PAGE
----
Angelica Root

Gin Botanical: Angelica Root.

Angelica root is one of three common root-botanicals of gin. These are often used as fixatives for lighter, more volatile flavours, stabilising these volatile flavours and helping the different oils to blend.

Roots typically add earthy base-notes to the finished gin but they also add sweetness.

Roots are usually some of the harder flavours to identify in a gin and Angelica is probably the hardest (for me, at least).

Angelica: Facts

Anglica Root

Anglica Root

  • Angelica is a genus of plants that number around 60 distinct species. The most commonly encountered (and I think the one used most commonly in gin) is Garden Angelica (Angelica archangelica)
  • The stems of Angelica are crystalised and used as cake decoration (I used to love this as a kid but was never allowed to eat much, as it was so expensive).
  • Angelica and Water Hemlock are not dissimilar in appearance and grow in similar environments. Water Hemlock is rather poisonous, so make sure you are certain of the difference if you want to harvest Angelica from the wild.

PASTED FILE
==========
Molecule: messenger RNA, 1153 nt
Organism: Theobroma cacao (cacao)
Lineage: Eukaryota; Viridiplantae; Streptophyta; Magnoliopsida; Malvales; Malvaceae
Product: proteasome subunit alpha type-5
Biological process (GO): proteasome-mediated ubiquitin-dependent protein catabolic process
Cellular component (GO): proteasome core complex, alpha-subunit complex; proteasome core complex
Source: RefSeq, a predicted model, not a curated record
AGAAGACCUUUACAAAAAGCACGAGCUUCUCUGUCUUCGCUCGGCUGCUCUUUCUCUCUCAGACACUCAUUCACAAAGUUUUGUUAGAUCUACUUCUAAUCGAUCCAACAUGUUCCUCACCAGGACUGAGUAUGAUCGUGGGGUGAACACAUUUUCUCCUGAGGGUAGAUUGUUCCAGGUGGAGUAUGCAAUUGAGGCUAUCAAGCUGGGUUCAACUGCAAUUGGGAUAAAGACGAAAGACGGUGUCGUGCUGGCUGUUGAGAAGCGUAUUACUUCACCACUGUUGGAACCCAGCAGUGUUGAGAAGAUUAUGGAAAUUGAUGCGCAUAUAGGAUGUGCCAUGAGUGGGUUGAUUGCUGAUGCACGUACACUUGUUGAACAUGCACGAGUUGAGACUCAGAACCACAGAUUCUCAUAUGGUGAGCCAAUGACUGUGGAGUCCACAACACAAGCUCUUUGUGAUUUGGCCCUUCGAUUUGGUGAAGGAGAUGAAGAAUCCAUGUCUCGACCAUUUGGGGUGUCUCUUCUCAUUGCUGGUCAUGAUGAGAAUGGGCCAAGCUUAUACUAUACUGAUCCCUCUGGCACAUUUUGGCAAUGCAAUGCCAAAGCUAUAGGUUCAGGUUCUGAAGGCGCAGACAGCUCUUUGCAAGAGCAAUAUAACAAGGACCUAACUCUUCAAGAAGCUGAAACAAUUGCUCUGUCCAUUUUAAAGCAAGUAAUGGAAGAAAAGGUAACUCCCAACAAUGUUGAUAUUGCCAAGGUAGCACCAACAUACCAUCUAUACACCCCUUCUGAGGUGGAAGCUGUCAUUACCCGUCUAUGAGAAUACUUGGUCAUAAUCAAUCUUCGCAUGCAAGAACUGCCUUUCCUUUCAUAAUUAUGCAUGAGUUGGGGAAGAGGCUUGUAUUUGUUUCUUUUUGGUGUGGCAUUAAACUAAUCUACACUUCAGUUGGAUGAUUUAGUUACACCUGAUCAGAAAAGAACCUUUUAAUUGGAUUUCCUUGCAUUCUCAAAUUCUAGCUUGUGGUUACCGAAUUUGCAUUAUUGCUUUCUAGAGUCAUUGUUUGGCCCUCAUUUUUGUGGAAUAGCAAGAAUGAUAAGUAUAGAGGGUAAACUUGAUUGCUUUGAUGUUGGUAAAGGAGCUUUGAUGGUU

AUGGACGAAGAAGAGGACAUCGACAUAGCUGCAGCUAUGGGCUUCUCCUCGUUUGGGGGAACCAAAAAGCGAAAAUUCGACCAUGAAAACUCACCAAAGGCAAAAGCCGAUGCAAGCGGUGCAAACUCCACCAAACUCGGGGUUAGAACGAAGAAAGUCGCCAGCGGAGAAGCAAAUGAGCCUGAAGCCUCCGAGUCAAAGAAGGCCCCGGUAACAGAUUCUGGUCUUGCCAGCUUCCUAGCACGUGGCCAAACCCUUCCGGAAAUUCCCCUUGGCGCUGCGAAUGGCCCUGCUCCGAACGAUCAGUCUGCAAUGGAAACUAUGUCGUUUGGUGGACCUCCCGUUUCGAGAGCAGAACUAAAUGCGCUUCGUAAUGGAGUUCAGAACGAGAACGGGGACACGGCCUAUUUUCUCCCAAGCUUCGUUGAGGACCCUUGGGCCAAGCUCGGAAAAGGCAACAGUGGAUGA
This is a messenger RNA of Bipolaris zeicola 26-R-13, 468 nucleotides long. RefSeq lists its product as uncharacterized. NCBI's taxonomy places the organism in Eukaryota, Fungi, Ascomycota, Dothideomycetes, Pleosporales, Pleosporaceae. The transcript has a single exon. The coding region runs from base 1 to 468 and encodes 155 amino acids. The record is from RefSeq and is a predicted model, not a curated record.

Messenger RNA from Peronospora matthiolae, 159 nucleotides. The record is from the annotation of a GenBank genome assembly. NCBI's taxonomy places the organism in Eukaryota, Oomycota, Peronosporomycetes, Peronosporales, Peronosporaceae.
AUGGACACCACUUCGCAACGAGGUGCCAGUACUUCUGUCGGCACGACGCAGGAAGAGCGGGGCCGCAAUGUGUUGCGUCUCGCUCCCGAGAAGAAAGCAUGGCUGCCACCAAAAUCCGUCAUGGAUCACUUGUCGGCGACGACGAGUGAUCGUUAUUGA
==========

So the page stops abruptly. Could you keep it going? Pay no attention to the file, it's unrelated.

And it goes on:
Angelica: Nose

On the nose, Angelica is sweet and fragrant with the slightest hints of vanilla. Otherwise, it is fairly undistinguished on the nose. Fairly expected from an earthy base-nose really.

Angelical: Taste

The attack, body and finish of Angelica are all sweet.

The attack has a light delicate, fragrant note to the creamy sweetness which compliments that of juniper.

The body has a toffee-like vanilla flavour with herbal undertones and the finish is a long, lingering sweetness with an odd dry contradictory element to it.

Update: 08/12/2014
Perplexed by how hard it is for me to identify angelica, I plundered the pure distillate from a Sacred Open Sauce kit. This really helped isolate the flavour of angelica from the effect it has on the base gin.

On its own there’s a lot less of the end-to-end sweetness. There’s a brief flash of anise in the attack, and the middle-palette is herbal and earthy. The finish is a lot drier and earthier. Throughout the whole experience there are faint undertones of Winter Mixture sweets.

The differences between the neat distillate and the angelica-heavy gin is amazing. This really is a botanical that’s used for the effect it has on the gin, rather than for its own flavour.


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